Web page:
• If you’re into social networking, post a notice on your MySpace or Facebook page or tweet about it on Twitter.
  • Organize the schedule of future meetings, speakers (if you want), teaching sessions, locations.
  • Research how your group can serve your local community. Talk to community leaders, volunteer organizations, charities, church organizations (for example: Catholic Charities, Lutheran Social Services etc.), hospitals, nursing homes, hospice organizations, etc.. Search the web and do research on national projects you can team up with or become a part of.
  • Track the number of people you have reached with presentations or trainings. People love to know they are making a difference and keeping a total is a great way to accomplish this.
  • Be a cheerleader for your organization. Your job is to be a motivator. Be upbeat the cheerful.
  • Spread out the work. Once you’ve got the group going, people who do all the work will start to resent doing all the work in about 2-3 years. Even the most selfless people will resent doing all the work. Develop a broad base (after the core group has established the chorus) as soon as you can.
  • Donna notes: Although these next tips apply to a choral group, they are great guidelines for leading meetings and presentations! Get a good director (leader). One who has a sense of humor. (Part of the audition should be; can he/she tell a joke?) If your director yells a lot she/he is not a good director. Amateurs who have worked all day don’t need to be yelled at during a volunteer time. Good directors insist on quality without having to browbeat or yell. Cajoling and cheerleading are good. High expectations are good. Letting singers come in late or allowing sloppy singing habits is not good. Directors who can admit mistakes are probably good directors. Directors who make lots of mistakes or are unprepared are bad directors. Allowing singers to opine during rehearsal is not good. Good directors will understand their singer’s comfort level and react accordingly. Good directors will push your chorus some by choosing a little music just out of the chorus’ reach. Listening to singers opine before or after rehearsal, one on one, is good. Directors who realize that somebody might be offended while another person has just had the most positive experience in their life understands the incredible diversity of personalities. This is good. Good directors know that they can’t please everyone all the time. This is called respect. INVIOLABLE RULE – START ON TIME/END ON TIME. DO NOT WASTE PEOPLE’S TIME AND DON’T REWARD THE LATE COMERS! Have pot luck dinners – get to know each other. Provide a time during rehearsals for people to get to know each other.

Tips for hosting meetings
(Collected from different sources on the internet)

1. Welcome all who attend. People are more likely to stick around if they know youíve noticed them and are happy they are there. Sometimes asking how they found out about the meeting is useful because that indicates which of your promotions are most effective.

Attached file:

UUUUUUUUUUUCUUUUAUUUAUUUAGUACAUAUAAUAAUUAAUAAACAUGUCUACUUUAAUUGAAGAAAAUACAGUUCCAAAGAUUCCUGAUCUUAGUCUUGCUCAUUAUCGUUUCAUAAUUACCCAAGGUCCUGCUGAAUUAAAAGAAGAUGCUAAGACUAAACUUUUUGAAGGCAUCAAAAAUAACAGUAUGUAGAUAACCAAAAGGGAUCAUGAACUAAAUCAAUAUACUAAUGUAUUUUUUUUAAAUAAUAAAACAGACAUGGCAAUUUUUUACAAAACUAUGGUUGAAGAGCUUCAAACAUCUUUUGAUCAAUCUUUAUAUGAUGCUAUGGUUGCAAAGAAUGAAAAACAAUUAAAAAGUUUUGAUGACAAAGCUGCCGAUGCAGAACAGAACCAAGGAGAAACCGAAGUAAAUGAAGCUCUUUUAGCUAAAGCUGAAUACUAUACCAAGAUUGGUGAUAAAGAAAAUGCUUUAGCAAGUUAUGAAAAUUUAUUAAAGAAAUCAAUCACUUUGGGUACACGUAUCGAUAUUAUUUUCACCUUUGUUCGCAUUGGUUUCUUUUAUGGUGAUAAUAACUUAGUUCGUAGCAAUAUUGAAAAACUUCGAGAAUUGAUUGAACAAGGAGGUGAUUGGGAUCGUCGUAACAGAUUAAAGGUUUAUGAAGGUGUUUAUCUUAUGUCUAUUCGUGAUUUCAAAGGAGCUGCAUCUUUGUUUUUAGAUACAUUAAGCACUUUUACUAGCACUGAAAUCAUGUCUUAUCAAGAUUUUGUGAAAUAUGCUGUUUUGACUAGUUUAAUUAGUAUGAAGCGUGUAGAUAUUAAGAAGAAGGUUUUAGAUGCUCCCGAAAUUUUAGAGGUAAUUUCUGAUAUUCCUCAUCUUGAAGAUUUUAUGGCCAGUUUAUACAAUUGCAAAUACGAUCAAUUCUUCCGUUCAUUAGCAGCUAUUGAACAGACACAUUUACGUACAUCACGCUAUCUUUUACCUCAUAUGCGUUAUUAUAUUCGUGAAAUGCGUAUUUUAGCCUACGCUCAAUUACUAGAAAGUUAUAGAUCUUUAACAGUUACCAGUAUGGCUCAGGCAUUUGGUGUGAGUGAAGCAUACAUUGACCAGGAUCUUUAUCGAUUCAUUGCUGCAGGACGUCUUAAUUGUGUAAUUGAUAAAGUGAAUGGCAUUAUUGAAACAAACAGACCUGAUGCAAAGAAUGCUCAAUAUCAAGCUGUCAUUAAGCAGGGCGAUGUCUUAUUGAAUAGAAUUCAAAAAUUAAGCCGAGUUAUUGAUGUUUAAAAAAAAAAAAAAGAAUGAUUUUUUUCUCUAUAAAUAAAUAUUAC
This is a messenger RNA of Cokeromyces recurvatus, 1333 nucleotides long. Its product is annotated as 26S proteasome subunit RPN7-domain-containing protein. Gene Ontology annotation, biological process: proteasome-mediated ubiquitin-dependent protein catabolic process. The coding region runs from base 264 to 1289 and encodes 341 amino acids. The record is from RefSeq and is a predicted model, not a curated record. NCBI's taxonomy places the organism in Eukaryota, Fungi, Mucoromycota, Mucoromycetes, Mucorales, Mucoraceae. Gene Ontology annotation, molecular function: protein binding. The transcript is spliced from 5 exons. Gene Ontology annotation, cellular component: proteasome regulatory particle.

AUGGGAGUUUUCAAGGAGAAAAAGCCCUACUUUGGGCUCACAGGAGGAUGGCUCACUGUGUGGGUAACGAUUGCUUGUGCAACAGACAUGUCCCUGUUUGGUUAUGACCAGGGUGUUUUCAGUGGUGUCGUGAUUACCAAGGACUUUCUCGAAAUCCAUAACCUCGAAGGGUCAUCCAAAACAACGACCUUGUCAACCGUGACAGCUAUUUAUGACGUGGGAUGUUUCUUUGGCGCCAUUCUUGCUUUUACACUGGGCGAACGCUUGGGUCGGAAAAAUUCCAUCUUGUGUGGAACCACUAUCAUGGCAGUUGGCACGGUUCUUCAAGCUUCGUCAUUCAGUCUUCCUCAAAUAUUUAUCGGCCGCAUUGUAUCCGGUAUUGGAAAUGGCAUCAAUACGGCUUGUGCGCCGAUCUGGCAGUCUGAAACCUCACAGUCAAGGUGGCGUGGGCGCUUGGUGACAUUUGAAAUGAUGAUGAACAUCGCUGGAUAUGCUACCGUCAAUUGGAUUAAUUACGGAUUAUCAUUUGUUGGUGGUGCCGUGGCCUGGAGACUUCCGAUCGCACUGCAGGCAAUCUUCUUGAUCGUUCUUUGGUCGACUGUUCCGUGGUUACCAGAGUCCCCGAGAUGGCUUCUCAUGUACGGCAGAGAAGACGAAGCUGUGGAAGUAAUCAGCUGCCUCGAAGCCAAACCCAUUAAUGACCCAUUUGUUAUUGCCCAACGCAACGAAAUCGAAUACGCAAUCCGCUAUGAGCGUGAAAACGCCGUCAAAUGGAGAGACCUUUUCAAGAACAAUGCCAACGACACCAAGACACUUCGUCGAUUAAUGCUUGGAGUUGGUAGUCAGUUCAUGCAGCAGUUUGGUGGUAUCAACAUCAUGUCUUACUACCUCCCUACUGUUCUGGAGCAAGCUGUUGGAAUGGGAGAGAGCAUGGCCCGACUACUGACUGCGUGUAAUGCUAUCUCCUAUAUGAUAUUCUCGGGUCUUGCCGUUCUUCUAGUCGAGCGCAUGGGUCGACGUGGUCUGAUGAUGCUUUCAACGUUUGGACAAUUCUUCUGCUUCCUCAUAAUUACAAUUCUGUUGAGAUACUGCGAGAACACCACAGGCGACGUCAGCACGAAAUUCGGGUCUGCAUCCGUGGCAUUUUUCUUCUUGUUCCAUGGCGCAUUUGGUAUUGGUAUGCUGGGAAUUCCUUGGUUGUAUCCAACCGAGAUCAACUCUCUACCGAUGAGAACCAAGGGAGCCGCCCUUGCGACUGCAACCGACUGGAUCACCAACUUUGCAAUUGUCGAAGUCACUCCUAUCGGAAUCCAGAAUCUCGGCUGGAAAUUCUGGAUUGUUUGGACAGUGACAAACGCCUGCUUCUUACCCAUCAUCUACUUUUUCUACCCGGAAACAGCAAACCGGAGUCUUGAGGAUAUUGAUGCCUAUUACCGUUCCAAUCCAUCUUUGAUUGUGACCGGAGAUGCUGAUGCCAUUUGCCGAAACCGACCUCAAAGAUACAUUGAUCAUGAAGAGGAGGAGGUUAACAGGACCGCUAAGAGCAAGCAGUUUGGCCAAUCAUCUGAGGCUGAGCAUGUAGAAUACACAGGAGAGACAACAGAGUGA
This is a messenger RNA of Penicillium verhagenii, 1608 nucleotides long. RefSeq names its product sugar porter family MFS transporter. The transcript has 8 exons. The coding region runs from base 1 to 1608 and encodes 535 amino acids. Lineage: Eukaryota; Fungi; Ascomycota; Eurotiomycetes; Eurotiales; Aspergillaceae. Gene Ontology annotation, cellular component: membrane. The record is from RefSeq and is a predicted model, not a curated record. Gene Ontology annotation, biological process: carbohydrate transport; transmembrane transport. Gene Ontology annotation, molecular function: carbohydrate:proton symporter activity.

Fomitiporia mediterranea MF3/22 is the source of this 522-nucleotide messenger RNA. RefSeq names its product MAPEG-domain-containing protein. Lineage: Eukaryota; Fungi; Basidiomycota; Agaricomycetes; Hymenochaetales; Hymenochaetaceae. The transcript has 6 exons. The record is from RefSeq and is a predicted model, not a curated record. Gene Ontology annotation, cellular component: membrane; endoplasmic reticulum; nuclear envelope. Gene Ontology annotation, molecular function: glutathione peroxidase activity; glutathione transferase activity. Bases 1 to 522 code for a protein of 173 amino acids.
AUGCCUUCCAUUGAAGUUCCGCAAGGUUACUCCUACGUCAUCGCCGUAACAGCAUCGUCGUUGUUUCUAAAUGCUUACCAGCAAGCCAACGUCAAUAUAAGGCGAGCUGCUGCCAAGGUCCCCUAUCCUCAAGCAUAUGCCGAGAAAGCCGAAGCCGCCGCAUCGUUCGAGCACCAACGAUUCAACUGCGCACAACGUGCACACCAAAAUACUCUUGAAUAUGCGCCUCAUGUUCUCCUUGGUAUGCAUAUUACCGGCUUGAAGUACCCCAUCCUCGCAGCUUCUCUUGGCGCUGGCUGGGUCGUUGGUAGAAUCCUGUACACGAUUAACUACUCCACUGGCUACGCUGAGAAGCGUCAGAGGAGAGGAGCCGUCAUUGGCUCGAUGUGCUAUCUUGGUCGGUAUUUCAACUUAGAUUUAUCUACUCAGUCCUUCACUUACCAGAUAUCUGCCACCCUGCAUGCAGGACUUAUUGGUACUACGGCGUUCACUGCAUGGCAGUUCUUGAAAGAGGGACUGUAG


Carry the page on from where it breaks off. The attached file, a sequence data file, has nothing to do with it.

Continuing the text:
2. Be inclusive. Try to involve all of your guests in the conversation. A simple, “What do you think, Susan?” will go a long way towards getting a silent guest talking. Remember: guests that participate are more likely to return and to recommend you to others. Of course, if a guest indicates they’d prefer to just listen, you should respect that.

3. Keep the conversation flowing. Try to smooth over any lulls in the conversations by asking questions or introducing new thoughts or topics. Keeping a list of good questions, thoughts, topics and ideas handy will make it easy to fill in any needed holes.

4. Keep things on-topic. When a room is crowded, it’s not unusual to see several conversations going on at the same time. This is great in casual but can wreak havoc on a topical discussion. Keep trying to lead things back to the topic, especially when new people arrive. If something is really off topic, suggest people talk about it after the meeting.

5. Don’t force a topic. If people aren’t interested in the topic you set don’t impose yourself on people to make them talk about it. If there is no real interest in the topic, move on to something else. Consider even changing the topic to reflect people’s interests (if appropriate).

6. Get Feedback. Give your guests and regulars the opportunity to suggest topics and tips. If youíre responsive, theyíll be responsive.

One of the things to keep in mind with the above is that you need to be removed from discussions a little bit more than the participants. Although you need to participate, you can’t get so into things that you ignore other duties, like welcoming people. This also means not being too obsessed with defending a position.

It is also important to stay as neutral as possible when it comes to topics you don’t like or are passionate about. It’s fine to state your position and even defend it, but always keep in mind that you’re a moderator. You have to be above personal disputes.